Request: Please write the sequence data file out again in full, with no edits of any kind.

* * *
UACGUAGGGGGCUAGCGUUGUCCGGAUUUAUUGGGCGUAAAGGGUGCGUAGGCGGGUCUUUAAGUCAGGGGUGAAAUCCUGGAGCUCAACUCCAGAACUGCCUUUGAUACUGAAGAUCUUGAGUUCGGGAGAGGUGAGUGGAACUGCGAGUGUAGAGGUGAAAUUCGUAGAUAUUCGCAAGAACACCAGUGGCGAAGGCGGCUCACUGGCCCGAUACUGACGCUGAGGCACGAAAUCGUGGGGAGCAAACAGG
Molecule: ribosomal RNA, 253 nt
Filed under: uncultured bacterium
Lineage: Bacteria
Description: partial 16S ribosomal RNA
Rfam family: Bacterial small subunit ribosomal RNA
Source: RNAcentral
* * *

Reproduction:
UACGUAGGGGGCUAGCGUUGUCCGGAUUUAUUGGGCGUAAAGGGUGCGUAGGCGGGUCUUUAAGUCAGGGGUGAAAUCCUGGAGCUCAACUCCAGAACUGCCUUUGAUACUGAAGAUCUUGAGUUCGGGAGAGGUGAGUGGAACUGCGAGUGUAGAGGUGAAAUUCGUAGAUAUUCGCAAGAACACCAGUGGCGAAGGCGGCUCACUGGCCCGAUACUGACGCUGAGGCACGAAAUCGUGGGGAGCAAACAGG
Molecule: ribosomal RNA, 253 nt
Filed under: uncultured bacterium
Lineage: Bacteria
Description: partial 16S ribosomal RNA
Rfam family: Bacterial small subunit ribosomal RNA
Source: RNAcentral